I'm more inclined to agree with llg and KelRN. It's probably more about supply and demand than it is about the specialty itself. It seems like everyone wants to work ICU/ER/L&D/other high-profile areas, but not as many want to work in other specialities...so there has to be something extra in the carrot dangled to lure them over there.

    It's also probably very facility specific too: a big hospital with lots of applicants probably doesn't feel the need to pay as high wages as a smaller facility/setting might have to in order to attract staff.
    Last edit by Meriwhen on Jan 12, '13
    GrnTea and Hygiene Queen like this.
  10. Visit  proud nurse profile page
    0
    Quote from BrandonLPN
    I'm surprised so many people keep saying school nurses need a batchelors/masters degree. Where I live at least 50% of school nurses are LPNs, with one or two RNs to supervise entire school districts. I also know school nurses here (both RN and LPN) make much, much lower wages than nurses in hospitals or LTC.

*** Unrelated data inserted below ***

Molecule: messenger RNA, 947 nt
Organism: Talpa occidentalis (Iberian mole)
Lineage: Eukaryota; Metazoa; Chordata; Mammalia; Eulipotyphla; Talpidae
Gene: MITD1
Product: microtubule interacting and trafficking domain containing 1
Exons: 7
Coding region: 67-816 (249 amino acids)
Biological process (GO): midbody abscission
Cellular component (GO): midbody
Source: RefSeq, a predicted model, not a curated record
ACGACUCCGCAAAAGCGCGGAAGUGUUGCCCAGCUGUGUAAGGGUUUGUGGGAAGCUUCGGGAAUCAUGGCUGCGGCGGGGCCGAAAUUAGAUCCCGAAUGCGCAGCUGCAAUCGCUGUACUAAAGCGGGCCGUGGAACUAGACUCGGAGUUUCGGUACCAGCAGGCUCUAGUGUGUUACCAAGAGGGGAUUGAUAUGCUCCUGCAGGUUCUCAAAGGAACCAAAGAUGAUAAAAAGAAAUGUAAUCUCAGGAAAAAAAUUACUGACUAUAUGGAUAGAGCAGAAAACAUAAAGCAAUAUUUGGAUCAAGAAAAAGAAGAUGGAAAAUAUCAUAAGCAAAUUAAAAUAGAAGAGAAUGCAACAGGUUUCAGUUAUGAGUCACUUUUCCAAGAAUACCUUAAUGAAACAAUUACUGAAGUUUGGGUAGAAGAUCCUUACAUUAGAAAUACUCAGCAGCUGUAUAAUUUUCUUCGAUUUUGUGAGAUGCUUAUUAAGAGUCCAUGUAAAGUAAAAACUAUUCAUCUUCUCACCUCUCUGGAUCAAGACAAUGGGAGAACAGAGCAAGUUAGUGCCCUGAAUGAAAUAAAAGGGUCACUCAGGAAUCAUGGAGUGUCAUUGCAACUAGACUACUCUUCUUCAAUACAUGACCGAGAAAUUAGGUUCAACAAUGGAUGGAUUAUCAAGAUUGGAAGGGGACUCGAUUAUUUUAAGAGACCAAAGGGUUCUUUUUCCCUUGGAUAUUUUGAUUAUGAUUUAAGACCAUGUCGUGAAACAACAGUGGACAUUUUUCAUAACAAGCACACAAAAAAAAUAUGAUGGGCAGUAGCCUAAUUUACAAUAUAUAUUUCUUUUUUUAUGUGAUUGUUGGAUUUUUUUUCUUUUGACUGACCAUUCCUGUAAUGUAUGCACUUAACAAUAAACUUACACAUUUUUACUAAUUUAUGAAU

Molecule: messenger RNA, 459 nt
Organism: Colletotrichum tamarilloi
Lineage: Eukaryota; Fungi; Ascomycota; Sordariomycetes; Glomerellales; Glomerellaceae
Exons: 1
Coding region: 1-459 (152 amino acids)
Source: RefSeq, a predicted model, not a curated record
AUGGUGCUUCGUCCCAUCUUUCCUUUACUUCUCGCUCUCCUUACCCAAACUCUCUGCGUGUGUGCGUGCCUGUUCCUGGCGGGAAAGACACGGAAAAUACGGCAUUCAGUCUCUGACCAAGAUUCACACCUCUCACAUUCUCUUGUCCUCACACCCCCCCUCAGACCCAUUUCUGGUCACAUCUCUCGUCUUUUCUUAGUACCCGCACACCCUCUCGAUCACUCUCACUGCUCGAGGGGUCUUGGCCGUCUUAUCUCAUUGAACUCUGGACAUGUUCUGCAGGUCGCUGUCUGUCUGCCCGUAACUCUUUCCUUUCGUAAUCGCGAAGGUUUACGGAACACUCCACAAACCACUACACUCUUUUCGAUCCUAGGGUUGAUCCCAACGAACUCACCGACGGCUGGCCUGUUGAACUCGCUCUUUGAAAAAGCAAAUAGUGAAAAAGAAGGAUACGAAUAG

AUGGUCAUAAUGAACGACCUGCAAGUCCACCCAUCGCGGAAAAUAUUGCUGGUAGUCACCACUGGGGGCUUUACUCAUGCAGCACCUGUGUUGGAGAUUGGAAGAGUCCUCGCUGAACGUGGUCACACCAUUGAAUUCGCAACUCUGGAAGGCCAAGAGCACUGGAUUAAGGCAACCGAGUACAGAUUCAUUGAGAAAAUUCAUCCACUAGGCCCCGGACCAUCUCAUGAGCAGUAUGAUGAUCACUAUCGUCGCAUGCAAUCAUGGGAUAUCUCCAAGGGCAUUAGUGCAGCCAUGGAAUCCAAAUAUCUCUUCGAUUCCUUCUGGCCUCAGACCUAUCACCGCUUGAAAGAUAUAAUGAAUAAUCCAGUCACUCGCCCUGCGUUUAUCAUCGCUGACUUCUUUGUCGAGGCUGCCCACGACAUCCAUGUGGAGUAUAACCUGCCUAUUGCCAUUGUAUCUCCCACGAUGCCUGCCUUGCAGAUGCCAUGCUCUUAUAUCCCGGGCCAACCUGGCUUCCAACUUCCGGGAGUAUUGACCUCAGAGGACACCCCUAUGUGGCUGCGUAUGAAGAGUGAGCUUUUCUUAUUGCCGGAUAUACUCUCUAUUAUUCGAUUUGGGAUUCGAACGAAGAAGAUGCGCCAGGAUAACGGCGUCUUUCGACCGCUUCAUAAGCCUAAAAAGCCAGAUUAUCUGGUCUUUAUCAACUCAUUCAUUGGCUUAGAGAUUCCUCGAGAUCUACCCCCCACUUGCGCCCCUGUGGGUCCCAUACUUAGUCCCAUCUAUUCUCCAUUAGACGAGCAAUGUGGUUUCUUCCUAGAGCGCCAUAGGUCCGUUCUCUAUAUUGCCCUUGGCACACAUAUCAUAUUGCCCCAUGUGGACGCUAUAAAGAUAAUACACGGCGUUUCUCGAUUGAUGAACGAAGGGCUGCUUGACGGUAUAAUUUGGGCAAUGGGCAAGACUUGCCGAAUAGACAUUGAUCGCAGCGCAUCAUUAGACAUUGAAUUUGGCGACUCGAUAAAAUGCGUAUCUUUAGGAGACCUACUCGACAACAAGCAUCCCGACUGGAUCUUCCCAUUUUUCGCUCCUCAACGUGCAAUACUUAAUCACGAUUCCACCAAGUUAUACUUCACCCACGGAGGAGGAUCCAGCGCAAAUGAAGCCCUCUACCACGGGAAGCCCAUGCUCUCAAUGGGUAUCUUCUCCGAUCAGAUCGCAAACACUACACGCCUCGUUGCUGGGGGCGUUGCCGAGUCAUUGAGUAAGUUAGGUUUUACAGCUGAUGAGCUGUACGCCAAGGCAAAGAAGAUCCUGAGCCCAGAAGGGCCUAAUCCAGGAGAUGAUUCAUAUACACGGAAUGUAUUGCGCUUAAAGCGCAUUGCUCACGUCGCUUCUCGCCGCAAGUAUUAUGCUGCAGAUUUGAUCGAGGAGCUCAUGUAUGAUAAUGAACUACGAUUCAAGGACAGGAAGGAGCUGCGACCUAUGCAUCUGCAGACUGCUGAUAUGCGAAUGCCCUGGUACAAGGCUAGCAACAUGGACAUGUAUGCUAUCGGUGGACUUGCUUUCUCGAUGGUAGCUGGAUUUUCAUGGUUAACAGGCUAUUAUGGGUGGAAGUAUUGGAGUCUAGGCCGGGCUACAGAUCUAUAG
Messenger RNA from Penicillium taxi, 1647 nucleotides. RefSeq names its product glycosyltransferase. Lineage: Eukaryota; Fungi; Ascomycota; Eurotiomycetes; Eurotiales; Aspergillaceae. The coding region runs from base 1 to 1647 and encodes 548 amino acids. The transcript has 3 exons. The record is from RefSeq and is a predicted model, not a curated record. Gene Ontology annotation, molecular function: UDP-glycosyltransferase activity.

It's kind of like that in my area, too. When I was an LPN I worked for the public school district for 3 years. The LPNs were school nurse associates, and the RNs were school nurses. At that time, there were 40 nurses employed by the the district and 32 of them were LPNs.

    I made the same wage with full benefits that I made in LTC on nights with a shift diff.
  11. Visit  Roseyposey profile page
    0
    My hospital starts new grads at $25/hour. The only areas that are lower are the hospital-owned doctor's offices, which ironically, don't take new graduates - I guess that's the trade off. There are other certain areas that do not take new graduate nurses, so I guess indirectly, the pay is higher for the specialty (I work in PACU, and new graduates are not hired into any of the peri-anesthesia areas).

    In my area, school nurses are paid the same as the teachers, and they are required to have a BSN. Teachers are paid more for more education, and a nurse with an MSN is also paid better. Even though teachers are actually paid pretty well in this state, I still think that the nurses are being underpaid.
  12. Visit  FlyingScot profile page
    0